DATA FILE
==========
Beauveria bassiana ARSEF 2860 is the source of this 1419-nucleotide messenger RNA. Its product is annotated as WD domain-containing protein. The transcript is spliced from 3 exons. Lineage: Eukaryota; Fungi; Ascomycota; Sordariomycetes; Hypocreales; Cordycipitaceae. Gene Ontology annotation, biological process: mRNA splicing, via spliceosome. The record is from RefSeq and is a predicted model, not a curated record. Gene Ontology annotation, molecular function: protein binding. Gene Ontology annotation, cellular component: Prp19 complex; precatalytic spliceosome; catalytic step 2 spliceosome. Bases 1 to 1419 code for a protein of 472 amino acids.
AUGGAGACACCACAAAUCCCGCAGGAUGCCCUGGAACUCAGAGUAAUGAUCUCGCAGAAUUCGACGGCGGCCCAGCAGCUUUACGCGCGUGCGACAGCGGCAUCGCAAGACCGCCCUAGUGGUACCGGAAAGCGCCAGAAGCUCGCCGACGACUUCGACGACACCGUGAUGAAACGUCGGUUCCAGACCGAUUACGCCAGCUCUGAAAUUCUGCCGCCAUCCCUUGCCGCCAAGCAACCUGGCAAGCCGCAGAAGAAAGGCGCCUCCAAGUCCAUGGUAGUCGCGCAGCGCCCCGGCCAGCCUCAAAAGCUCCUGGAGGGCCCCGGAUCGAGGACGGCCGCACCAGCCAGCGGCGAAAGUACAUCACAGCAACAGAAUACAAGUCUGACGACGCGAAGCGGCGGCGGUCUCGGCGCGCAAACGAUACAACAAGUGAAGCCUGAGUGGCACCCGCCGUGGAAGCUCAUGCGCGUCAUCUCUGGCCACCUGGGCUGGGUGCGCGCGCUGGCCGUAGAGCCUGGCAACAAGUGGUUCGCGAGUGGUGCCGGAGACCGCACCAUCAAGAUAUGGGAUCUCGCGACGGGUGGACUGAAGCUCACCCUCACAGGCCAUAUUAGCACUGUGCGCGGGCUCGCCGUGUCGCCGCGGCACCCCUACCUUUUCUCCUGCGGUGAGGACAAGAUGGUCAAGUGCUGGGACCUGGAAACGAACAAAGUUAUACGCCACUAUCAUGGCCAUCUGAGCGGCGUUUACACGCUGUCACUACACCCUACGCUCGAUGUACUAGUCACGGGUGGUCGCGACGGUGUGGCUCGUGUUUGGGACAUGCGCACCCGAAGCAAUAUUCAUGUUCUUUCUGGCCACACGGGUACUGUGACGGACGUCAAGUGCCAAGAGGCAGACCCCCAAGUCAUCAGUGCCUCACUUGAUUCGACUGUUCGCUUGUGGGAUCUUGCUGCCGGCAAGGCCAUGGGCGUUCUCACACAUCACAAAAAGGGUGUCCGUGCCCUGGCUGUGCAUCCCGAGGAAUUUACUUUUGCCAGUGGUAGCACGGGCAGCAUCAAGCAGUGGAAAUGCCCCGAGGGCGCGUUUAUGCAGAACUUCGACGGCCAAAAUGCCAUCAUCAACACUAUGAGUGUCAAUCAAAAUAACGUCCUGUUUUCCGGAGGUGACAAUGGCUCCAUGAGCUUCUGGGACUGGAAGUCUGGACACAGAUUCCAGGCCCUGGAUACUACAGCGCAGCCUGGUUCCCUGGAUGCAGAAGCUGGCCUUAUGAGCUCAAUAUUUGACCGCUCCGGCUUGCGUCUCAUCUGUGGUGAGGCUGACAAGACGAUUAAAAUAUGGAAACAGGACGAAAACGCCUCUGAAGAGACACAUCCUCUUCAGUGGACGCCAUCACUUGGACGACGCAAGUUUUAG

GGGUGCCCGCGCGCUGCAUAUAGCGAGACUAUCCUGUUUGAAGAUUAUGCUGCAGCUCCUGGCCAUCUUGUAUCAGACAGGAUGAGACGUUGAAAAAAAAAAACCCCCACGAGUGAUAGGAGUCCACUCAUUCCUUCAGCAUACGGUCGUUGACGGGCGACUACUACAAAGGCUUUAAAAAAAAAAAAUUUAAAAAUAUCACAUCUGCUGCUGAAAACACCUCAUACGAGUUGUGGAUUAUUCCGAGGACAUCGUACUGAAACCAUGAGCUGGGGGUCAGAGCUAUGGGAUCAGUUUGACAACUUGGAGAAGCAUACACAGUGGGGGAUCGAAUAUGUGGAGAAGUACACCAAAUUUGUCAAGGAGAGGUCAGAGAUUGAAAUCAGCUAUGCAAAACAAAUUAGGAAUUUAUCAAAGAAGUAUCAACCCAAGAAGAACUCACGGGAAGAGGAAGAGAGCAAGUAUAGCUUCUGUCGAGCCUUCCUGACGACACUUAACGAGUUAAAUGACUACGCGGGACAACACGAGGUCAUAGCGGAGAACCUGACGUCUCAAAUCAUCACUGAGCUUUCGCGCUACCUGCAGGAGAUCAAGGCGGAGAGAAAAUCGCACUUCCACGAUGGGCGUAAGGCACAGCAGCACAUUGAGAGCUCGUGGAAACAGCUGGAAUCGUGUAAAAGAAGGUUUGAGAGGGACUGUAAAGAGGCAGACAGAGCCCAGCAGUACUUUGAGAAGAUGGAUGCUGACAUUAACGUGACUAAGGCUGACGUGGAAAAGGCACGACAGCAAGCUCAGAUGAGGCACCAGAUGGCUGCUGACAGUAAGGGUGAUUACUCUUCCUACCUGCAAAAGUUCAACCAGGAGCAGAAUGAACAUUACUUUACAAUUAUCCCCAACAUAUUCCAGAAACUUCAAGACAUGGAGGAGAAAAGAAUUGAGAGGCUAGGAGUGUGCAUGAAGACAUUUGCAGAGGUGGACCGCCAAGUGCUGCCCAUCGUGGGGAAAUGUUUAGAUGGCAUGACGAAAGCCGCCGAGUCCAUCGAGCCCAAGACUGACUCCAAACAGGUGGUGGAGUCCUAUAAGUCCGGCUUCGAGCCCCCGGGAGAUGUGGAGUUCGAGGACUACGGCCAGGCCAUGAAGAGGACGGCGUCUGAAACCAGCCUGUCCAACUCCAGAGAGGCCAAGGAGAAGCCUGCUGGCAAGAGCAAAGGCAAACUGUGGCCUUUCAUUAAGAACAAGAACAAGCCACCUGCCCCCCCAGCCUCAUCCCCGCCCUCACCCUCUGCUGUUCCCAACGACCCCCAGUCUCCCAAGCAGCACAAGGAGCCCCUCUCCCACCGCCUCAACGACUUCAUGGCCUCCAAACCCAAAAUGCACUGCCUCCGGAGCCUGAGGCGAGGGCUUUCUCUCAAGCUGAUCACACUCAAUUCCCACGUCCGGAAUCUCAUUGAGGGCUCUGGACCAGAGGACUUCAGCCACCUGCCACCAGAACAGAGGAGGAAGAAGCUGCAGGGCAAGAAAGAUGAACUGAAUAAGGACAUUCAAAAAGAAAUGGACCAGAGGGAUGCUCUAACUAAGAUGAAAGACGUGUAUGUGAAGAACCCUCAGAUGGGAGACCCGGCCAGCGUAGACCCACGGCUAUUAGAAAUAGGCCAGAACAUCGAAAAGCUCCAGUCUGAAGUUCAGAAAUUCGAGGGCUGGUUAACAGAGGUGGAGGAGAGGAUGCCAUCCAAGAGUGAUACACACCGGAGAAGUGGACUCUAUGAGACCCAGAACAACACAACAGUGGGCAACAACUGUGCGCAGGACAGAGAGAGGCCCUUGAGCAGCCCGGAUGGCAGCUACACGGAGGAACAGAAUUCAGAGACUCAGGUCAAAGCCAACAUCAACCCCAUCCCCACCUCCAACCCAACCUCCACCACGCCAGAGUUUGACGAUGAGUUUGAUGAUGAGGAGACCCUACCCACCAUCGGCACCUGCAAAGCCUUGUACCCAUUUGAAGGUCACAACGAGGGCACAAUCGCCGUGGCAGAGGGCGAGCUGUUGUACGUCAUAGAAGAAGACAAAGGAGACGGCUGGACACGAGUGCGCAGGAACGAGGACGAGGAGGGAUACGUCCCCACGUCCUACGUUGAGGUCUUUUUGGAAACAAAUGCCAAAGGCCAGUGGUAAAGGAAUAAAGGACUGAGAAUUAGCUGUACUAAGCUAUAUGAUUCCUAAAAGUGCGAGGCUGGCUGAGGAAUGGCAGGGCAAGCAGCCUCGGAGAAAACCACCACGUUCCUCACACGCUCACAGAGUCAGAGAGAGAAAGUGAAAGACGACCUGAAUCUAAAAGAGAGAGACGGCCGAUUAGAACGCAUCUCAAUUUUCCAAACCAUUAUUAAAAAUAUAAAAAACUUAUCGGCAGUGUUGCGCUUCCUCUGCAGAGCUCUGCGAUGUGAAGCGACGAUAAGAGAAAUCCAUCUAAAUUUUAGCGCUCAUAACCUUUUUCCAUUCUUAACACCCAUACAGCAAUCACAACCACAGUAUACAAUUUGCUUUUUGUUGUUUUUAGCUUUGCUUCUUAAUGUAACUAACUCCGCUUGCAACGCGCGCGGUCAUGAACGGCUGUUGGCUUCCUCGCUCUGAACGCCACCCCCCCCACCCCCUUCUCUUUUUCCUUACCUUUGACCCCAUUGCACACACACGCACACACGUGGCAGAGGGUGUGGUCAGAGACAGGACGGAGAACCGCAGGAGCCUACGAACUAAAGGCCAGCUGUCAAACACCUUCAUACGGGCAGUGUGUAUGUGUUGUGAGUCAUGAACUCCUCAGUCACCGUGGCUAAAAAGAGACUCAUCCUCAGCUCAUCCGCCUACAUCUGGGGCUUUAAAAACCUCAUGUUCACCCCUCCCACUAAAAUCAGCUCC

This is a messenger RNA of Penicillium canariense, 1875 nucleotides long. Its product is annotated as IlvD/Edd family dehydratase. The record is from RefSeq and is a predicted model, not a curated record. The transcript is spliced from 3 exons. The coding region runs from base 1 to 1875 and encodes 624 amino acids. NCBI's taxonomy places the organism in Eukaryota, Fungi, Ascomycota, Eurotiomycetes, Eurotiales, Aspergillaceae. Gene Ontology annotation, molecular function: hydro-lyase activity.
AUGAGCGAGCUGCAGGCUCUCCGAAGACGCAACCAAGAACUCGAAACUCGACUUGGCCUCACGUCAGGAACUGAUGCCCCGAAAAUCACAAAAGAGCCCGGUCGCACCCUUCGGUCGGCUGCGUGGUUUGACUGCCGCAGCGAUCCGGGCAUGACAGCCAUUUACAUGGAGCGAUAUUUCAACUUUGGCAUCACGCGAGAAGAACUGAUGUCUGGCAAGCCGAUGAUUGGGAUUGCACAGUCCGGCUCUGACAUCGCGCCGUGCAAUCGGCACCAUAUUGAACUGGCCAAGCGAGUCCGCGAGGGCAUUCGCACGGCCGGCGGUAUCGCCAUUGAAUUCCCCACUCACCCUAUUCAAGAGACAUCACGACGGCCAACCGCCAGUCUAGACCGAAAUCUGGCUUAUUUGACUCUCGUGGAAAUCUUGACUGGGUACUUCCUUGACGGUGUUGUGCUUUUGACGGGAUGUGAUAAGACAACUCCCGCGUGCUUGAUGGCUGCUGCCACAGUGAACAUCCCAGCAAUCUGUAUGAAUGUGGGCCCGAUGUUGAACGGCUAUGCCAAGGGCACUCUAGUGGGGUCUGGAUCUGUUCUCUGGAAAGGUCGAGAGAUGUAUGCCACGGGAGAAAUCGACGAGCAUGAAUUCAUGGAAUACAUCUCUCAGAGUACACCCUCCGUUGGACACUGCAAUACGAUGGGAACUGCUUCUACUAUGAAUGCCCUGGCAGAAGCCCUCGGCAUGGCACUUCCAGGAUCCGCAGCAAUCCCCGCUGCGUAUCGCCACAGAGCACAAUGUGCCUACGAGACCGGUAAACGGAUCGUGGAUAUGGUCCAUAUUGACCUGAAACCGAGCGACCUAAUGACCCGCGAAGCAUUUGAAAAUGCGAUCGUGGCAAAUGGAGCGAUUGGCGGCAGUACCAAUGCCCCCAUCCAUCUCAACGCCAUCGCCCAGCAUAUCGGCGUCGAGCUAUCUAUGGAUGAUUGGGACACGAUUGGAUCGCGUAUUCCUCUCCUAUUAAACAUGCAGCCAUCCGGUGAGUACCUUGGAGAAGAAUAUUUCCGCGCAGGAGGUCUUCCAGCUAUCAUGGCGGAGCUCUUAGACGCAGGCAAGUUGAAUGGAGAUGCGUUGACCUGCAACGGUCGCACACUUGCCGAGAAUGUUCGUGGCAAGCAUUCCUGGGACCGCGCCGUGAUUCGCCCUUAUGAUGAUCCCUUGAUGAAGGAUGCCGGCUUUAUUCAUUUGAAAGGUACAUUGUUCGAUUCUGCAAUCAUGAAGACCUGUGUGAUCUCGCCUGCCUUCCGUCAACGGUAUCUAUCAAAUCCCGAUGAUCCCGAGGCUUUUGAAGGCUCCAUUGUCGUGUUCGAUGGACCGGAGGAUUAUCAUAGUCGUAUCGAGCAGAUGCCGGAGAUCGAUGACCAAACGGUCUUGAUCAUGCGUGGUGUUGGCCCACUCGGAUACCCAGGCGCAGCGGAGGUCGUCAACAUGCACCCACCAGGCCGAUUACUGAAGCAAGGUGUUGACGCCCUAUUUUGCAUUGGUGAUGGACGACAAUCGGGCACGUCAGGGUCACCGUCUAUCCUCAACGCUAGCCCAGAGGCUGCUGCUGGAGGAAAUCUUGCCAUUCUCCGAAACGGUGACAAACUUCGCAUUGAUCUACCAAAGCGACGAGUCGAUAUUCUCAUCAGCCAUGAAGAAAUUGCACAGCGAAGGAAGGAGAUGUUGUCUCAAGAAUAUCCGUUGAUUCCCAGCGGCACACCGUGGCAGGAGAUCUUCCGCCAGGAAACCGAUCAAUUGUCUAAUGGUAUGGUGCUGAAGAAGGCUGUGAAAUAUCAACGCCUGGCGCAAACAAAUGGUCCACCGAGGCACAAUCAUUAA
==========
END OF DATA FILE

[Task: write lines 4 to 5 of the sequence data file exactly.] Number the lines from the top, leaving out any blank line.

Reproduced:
This is a messenger RNA of Penicillium canariense, 1875 nucleotides long. Its product is annotated as IlvD/Edd family dehydratase. The record is from RefSeq and is a predicted model, not a curated record. The transcript is spliced from 3 exons. The coding region runs from base 1 to 1875 and encodes 624 amino acids. NCBI's taxonomy places the organism in Eukaryota, Fungi, Ascomycota, Eurotiomycetes, Eurotiales, Aspergillaceae. Gene Ontology annotation, molecular function: hydro-lyase activity.
AUGAGCGAGCUGCAGGCUCUCCGAAGACGCAACCAAGAACUCGAAACUCGACUUGGCCUCACGUCAGGAACUGAUGCCCCGAAAAUCACAAAAGAGCCCGGUCGCACCCUUCGGUCGGCUGCGUGGUUUGACUGCCGCAGCGAUCCGGGCAUGACAGCCAUUUACAUGGAGCGAUAUUUCAACUUUGGCAUCACGCGAGAAGAACUGAUGUCUGGCAAGCCGAUGAUUGGGAUUGCACAGUCCGGCUCUGACAUCGCGCCGUGCAAUCGGCACCAUAUUGAACUGGCCAAGCGAGUCCGCGAGGGCAUUCGCACGGCCGGCGGUAUCGCCAUUGAAUUCCCCACUCACCCUAUUCAAGAGACAUCACGACGGCCAACCGCCAGUCUAGACCGAAAUCUGGCUUAUUUGACUCUCGUGGAAAUCUUGACUGGGUACUUCCUUGACGGUGUUGUGCUUUUGACGGGAUGUGAUAAGACAACUCCCGCGUGCUUGAUGGCUGCUGCCACAGUGAACAUCCCAGCAAUCUGUAUGAAUGUGGGCCCGAUGUUGAACGGCUAUGCCAAGGGCACUCUAGUGGGGUCUGGAUCUGUUCUCUGGAAAGGUCGAGAGAUGUAUGCCACGGGAGAAAUCGACGAGCAUGAAUUCAUGGAAUACAUCUCUCAGAGUACACCCUCCGUUGGACACUGCAAUACGAUGGGAACUGCUUCUACUAUGAAUGCCCUGGCAGAAGCCCUCGGCAUGGCACUUCCAGGAUCCGCAGCAAUCCCCGCUGCGUAUCGCCACAGAGCACAAUGUGCCUACGAGACCGGUAAACGGAUCGUGGAUAUGGUCCAUAUUGACCUGAAACCGAGCGACCUAAUGACCCGCGAAGCAUUUGAAAAUGCGAUCGUGGCAAAUGGAGCGAUUGGCGGCAGUACCAAUGCCCCCAUCCAUCUCAACGCCAUCGCCCAGCAUAUCGGCGUCGAGCUAUCUAUGGAUGAUUGGGACACGAUUGGAUCGCGUAUUCCUCUCCUAUUAAACAUGCAGCCAUCCGGUGAGUACCUUGGAGAAGAAUAUUUCCGCGCAGGAGGUCUUCCAGCUAUCAUGGCGGAGCUCUUAGACGCAGGCAAGUUGAAUGGAGAUGCGUUGACCUGCAACGGUCGCACACUUGCCGAGAAUGUUCGUGGCAAGCAUUCCUGGGACCGCGCCGUGAUUCGCCCUUAUGAUGAUCCCUUGAUGAAGGAUGCCGGCUUUAUUCAUUUGAAAGGUACAUUGUUCGAUUCUGCAAUCAUGAAGACCUGUGUGAUCUCGCCUGCCUUCCGUCAACGGUAUCUAUCAAAUCCCGAUGAUCCCGAGGCUUUUGAAGGCUCCAUUGUCGUGUUCGAUGGACCGGAGGAUUAUCAUAGUCGUAUCGAGCAGAUGCCGGAGAUCGAUGACCAAACGGUCUUGAUCAUGCGUGGUGUUGGCCCACUCGGAUACCCAGGCGCAGCGGAGGUCGUCAACAUGCACCCACCAGGCCGAUUACUGAAGCAAGGUGUUGACGCCCUAUUUUGCAUUGGUGAUGGACGACAAUCGGGCACGUCAGGGUCACCGUCUAUCCUCAACGCUAGCCCAGAGGCUGCUGCUGGAGGAAAUCUUGCCAUUCUCCGAAACGGUGACAAACUUCGCAUUGAUCUACCAAAGCGACGAGUCGAUAUUCUCAUCAGCCAUGAAGAAAUUGCACAGCGAAGGAAGGAGAUGUUGUCUCAAGAAUAUCCGUUGAUUCCCAGCGGCACACCGUGGCAGGAGAUCUUCCGCCAGGAAACCGAUCAAUUGUCUAAUGGUAUGGUGCUGAAGAAGGCUGUGAAAUAUCAACGCCUGGCGCAAACAAAUGGUCCACCGAGGCACAAUCAUUAA